2) I mapped this numbers by the imaginary height-iteration by (where is the log of the lower fixpoint ) to the interval 2..4 on the real line. And gave accordingly indices and so on.

3) Now my question was, what is the number , to where , for instance , is mapped by that imaginary height? Something exceeding negative infinity? But seemingly to the right side f the upper fixpoint 4 ...

4) Well, what my procedures actually do (and what I did no more consider seriously) is (to allow use of the power series of the Schroeder-function) to iterate the value very near towards the lower fixpoint 2 (say by h=80 iterations), apply the Schroeder-mechanism for the imaginary height to map to the other side of the fixpoint, and iterate backwards h-times to find .

Hmm... what I was missing was, that the mapping around the lower fixpoint does nothing else than to find a (real!) value below 2. So in fact I chose one value , mapped it to the value and now simply mapped it back ... and applied the h-fold backwards iteration.

That calls for sarcasm... I simply could have used the original value and directly iterate backwards (without the twofold mapping!), say 4 times towards negative infinity! And this means simply to look at the and , then at the log() of this, then again at the log() of this, and one more time at the log() of this. No need for 1600 digits precision.

We have that the interval maps to by one backward-iteration, then that interval maps to the full line where w is , and that line maps to a shape of a distorted waterdrop with one sharp edge located outwards to at the real line.

This seems to be the simple answer; and my question, where the mapping of is located is answered by "towards real positive infinity".

If that reasoning is correct so far, then we could also complete the white spaces in Jay's images by neighboured drop-shapes, all with their edge at real-positive infinity.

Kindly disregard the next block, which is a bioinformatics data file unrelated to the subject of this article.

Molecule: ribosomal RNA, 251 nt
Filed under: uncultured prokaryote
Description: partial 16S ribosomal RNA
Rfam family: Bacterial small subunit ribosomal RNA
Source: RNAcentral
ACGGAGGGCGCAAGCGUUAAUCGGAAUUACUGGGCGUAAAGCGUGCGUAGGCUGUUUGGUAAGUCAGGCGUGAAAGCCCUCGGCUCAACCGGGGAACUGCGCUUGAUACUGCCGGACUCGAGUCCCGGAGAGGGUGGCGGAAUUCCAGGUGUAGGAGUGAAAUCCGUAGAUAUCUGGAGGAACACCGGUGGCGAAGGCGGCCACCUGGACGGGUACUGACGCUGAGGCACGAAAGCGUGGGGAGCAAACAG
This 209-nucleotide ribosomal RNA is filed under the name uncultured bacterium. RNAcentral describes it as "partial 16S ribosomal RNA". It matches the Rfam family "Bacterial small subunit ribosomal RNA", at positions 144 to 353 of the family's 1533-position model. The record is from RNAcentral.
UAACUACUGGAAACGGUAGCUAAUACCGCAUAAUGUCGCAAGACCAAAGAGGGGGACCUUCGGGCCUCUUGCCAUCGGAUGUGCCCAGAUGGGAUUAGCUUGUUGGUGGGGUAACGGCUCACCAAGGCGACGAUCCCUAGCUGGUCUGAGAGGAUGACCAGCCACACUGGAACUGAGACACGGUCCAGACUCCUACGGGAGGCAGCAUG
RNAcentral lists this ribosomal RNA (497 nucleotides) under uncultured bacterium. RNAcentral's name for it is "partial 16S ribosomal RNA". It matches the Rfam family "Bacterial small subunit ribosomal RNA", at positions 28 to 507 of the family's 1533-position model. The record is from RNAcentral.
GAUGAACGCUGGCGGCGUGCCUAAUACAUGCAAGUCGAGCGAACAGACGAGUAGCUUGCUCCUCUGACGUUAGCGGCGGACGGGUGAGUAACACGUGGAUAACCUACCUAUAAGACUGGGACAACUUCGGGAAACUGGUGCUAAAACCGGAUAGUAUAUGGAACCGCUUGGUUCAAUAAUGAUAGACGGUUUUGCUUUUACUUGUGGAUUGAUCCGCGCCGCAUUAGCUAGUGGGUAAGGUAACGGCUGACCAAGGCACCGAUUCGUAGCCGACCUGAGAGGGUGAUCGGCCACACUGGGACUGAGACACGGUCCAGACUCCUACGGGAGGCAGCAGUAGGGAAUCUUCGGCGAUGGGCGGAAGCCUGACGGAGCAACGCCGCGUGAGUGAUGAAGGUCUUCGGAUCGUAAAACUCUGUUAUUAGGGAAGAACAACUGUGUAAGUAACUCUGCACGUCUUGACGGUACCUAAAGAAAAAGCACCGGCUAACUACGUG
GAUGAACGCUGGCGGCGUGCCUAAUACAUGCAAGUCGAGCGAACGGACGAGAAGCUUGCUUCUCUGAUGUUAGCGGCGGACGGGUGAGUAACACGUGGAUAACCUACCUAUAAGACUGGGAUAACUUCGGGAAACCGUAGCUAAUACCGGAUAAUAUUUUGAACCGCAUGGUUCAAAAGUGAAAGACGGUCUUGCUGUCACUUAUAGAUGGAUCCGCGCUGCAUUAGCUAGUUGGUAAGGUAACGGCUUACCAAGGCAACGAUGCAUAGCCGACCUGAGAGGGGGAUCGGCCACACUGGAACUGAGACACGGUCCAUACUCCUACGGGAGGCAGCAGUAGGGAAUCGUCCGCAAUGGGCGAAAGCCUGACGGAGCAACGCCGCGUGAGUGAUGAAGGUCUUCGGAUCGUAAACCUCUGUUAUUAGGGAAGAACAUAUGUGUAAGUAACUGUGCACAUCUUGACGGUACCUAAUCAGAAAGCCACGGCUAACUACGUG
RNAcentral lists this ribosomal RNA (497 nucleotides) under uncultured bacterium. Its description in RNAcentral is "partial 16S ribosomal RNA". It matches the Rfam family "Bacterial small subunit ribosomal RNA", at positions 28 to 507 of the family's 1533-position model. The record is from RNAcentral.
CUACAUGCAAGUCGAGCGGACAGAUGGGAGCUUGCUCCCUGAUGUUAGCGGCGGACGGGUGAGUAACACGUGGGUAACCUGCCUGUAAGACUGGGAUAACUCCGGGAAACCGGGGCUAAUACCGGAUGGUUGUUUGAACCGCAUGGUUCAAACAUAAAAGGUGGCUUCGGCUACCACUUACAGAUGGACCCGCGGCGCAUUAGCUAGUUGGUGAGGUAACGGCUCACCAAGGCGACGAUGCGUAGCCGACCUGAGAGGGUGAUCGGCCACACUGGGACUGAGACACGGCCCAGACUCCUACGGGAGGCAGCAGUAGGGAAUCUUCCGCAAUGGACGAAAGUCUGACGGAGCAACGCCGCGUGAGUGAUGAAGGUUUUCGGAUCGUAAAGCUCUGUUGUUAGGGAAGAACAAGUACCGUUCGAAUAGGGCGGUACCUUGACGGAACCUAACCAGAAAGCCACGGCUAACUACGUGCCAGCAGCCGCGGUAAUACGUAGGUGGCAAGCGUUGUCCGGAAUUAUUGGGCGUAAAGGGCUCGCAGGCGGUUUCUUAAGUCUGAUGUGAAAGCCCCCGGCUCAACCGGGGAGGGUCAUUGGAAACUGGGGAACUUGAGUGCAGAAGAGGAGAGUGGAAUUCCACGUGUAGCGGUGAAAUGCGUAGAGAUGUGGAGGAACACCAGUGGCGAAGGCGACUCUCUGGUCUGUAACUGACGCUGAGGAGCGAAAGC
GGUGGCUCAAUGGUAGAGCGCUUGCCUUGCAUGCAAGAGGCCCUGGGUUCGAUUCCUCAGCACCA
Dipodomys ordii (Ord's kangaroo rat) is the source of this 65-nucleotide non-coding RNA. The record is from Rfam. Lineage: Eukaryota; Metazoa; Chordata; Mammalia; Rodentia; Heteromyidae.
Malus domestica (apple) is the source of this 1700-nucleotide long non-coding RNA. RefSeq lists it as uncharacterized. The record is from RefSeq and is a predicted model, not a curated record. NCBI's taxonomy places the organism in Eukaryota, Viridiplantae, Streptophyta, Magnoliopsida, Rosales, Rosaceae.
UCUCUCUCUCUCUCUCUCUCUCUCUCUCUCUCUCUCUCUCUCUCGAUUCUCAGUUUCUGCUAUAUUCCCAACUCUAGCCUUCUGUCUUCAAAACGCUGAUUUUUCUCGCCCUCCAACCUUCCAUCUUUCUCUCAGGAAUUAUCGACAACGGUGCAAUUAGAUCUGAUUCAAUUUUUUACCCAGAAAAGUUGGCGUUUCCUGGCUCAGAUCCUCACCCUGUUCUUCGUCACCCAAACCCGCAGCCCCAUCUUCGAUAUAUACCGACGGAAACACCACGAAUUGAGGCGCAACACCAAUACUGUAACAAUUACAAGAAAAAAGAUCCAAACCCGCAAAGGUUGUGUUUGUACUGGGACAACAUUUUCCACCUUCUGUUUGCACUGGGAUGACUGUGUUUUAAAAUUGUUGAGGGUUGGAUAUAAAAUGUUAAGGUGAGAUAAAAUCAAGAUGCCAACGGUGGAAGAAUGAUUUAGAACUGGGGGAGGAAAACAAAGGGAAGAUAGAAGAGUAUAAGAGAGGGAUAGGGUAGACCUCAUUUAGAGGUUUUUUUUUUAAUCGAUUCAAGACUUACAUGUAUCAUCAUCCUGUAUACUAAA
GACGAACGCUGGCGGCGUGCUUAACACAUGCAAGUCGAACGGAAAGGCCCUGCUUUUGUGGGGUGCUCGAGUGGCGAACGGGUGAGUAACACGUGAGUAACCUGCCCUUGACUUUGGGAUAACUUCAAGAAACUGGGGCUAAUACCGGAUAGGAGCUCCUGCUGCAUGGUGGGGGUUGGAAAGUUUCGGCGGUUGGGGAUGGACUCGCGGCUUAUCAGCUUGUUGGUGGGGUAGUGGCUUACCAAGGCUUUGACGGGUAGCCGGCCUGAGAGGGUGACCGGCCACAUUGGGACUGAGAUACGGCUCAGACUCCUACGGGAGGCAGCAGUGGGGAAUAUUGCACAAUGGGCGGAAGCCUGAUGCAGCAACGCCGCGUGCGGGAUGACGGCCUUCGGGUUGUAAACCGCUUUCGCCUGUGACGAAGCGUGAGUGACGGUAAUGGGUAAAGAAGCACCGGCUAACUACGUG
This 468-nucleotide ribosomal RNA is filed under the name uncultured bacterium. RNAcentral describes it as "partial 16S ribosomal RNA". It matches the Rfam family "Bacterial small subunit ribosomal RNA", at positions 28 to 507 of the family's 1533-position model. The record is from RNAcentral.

If this is all correct, then... it was really so simple. ;-)

Gottfried

11/04/2014, 10:56 PM

Hmm

Why does not every path become a loop ?

Afterall we consider iterations in the direction of the period ?

But for some reason we are talking about going to oo.

regards

tommy1729

Why does not every path become a loop ?

Afterall we consider iterations in the direction of the period ?

But for some reason we are talking about going to oo.

regards

tommy1729

11/08/2014, 09:49 AM

I think the white space needs to be computed from the other 3 superfunctions.

It might be a uniqueness criterion if these new contours do not overlap with the older ones.

Switching branches fails because we have a different functional equation at another branch ( as discussed with sheldon ).

Its fascinating to apparantly see that the boundaries of the current pics are created by the higher fixpoints.

Now you should be able to complete the pictures !

regards

tommy1729

It might be a uniqueness criterion if these new contours do not overlap with the older ones.

Switching branches fails because we have a different functional equation at another branch ( as discussed with sheldon ).

Its fascinating to apparantly see that the boundaries of the current pics are created by the higher fixpoints.

Now you should be able to complete the pictures !

regards

tommy1729

11/09/2014, 10:25 PM

See the recently created related thread

http://math.eretrandre.org/tetrationforu...hp?tid=933

regards

tommy1729

http://math.eretrandre.org/tetrationforu...hp?tid=933

regards

tommy1729